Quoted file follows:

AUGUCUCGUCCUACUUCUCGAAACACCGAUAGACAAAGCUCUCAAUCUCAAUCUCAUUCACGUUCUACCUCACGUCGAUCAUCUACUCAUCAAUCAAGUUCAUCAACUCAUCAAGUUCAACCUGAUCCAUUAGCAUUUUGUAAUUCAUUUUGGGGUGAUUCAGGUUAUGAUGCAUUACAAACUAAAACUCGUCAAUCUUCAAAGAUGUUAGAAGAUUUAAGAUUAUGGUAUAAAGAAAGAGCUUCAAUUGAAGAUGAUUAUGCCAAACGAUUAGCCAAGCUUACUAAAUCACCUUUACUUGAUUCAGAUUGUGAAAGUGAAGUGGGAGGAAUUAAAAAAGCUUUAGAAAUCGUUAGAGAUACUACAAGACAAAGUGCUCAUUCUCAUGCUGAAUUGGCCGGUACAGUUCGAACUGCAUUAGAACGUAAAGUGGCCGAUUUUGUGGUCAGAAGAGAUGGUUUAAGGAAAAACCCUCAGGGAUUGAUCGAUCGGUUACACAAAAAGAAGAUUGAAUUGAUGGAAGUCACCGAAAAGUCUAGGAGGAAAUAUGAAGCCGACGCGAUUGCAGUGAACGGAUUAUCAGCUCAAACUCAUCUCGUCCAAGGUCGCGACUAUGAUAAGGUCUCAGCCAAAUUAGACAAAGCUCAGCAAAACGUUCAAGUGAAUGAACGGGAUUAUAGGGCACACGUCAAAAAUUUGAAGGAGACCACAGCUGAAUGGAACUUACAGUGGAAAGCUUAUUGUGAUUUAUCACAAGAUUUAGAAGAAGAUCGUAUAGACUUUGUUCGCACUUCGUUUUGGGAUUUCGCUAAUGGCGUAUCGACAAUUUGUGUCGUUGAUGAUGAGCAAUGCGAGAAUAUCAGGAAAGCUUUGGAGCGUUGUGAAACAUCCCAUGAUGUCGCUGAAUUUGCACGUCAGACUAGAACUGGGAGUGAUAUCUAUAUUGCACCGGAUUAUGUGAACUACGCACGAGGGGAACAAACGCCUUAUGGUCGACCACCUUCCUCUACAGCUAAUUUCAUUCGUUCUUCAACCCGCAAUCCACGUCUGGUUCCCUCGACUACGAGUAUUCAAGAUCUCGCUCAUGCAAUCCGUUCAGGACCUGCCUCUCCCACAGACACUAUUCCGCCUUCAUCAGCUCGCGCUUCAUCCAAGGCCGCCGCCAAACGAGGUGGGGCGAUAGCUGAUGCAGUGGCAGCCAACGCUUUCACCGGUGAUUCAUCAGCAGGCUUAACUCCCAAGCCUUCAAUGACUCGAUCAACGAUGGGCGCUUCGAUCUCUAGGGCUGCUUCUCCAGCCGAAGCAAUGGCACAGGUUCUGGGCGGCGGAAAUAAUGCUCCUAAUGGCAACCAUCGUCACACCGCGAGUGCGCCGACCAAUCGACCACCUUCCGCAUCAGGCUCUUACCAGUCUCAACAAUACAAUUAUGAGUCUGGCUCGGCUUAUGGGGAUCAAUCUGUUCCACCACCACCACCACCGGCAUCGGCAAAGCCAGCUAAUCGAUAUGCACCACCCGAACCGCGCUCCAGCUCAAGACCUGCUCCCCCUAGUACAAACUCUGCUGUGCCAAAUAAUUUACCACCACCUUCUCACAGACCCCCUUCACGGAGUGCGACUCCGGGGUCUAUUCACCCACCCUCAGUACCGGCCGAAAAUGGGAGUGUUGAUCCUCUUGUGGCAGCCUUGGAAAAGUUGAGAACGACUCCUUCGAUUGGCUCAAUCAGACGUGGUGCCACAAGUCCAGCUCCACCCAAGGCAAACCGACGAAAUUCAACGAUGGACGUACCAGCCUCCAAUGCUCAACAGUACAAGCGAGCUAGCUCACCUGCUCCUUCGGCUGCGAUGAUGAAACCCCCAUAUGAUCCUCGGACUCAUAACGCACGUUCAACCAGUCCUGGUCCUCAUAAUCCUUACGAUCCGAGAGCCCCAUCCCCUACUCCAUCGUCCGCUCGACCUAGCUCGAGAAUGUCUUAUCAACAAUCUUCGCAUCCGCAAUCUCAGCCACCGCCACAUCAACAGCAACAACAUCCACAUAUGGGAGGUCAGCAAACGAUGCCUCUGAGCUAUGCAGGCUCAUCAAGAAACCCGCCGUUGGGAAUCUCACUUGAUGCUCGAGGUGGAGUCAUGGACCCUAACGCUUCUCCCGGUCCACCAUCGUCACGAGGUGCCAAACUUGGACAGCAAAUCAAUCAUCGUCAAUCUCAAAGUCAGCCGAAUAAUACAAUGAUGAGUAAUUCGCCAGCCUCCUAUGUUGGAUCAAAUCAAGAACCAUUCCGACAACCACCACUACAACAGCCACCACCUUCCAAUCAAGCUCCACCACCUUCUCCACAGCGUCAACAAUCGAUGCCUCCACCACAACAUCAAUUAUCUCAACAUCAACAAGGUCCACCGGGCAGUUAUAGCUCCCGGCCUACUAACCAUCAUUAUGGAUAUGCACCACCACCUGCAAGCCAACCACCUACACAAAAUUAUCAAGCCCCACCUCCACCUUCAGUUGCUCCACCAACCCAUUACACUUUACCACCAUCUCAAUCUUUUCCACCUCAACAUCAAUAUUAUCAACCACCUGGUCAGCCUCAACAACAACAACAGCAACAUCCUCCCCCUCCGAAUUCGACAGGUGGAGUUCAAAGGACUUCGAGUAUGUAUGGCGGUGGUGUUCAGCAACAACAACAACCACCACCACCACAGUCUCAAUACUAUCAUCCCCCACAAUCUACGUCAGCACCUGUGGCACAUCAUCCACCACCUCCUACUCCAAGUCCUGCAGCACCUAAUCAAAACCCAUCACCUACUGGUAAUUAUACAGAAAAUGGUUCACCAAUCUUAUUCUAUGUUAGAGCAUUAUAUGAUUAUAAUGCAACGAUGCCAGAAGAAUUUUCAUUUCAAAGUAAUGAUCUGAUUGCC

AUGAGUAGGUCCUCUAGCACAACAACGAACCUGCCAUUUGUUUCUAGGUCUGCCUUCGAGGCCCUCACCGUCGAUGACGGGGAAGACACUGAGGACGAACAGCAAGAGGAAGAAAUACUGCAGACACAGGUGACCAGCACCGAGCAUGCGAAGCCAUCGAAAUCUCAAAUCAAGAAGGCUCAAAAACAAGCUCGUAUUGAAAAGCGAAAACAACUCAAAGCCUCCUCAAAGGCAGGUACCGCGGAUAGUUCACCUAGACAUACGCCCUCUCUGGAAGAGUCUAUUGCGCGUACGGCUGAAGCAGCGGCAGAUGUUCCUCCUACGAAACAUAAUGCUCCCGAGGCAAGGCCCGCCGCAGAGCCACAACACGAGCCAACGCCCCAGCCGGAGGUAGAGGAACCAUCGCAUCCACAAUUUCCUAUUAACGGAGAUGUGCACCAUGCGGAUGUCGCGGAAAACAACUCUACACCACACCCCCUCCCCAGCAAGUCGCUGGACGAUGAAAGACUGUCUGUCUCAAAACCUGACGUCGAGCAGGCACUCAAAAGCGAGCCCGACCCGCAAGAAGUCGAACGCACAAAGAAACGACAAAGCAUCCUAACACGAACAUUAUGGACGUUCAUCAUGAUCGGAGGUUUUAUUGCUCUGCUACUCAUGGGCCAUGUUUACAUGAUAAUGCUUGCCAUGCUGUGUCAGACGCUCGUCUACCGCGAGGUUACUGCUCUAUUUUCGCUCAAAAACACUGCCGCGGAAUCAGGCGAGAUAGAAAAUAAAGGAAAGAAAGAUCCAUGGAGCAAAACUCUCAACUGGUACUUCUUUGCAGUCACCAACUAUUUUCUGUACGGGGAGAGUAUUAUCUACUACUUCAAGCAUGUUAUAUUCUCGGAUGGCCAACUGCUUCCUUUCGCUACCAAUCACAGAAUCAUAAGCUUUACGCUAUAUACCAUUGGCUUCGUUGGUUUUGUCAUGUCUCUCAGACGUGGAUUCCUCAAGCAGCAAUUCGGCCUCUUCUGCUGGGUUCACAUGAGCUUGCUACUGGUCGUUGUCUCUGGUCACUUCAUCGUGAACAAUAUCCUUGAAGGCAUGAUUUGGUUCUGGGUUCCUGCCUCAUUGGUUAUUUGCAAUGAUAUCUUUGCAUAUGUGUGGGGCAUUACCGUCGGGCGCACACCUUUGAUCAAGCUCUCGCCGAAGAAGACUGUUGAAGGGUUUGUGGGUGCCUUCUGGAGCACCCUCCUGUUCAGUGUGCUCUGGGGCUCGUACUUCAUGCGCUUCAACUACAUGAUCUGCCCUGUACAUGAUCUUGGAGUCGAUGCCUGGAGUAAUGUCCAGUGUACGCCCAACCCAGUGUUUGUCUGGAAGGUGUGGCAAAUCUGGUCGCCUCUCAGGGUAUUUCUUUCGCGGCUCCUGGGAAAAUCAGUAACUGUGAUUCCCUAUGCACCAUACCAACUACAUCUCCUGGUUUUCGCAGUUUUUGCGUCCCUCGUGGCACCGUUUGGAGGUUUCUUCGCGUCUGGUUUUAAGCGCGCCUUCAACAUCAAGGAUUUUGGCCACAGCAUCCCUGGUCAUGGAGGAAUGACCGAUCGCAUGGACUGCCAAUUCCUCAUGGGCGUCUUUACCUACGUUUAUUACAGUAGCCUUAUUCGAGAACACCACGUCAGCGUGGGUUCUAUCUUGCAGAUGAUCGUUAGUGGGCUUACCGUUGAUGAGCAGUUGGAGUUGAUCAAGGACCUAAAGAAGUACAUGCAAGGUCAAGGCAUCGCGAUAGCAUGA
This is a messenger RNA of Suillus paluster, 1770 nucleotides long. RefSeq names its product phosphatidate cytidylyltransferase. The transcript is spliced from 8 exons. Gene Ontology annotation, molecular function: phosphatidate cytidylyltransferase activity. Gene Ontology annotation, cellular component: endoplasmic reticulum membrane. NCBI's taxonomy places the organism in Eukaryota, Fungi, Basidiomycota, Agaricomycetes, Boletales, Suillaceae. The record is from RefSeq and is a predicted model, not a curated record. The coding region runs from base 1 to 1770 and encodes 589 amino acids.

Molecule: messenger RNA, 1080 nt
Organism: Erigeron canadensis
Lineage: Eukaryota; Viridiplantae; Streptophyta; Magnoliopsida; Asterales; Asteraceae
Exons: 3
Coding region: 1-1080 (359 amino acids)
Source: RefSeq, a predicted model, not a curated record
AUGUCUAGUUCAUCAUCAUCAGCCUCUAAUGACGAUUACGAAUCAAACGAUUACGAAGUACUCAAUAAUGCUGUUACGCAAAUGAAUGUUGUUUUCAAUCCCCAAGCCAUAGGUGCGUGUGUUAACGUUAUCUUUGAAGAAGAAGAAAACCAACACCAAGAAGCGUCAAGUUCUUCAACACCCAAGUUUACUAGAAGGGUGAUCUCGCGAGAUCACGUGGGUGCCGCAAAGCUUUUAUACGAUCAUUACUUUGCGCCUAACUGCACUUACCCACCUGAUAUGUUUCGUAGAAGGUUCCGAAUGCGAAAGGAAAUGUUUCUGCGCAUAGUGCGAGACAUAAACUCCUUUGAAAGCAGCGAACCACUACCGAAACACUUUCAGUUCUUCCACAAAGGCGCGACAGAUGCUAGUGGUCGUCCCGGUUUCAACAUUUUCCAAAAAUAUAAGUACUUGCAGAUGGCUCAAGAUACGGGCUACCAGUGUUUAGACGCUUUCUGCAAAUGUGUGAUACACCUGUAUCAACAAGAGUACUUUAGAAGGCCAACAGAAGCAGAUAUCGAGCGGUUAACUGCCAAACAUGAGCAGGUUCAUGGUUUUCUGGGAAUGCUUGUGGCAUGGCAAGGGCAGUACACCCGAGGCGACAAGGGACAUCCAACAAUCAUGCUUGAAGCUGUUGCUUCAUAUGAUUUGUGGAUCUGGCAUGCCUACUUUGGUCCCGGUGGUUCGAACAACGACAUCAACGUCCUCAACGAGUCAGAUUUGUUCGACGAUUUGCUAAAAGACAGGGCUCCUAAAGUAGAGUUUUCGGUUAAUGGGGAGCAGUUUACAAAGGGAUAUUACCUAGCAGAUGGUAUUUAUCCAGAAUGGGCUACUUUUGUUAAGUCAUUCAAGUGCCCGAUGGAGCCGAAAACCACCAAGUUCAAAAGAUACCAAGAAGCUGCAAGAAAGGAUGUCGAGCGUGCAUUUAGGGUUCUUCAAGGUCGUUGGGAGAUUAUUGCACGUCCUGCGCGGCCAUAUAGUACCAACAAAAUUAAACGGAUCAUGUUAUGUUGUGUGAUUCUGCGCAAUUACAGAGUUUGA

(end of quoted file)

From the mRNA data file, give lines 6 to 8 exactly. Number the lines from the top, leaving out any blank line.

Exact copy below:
Lineage: Eukaryota; Viridiplantae; Streptophyta; Magnoliopsida; Asterales; Asteraceae
Exons: 3
Coding region: 1-1080 (359 amino acids)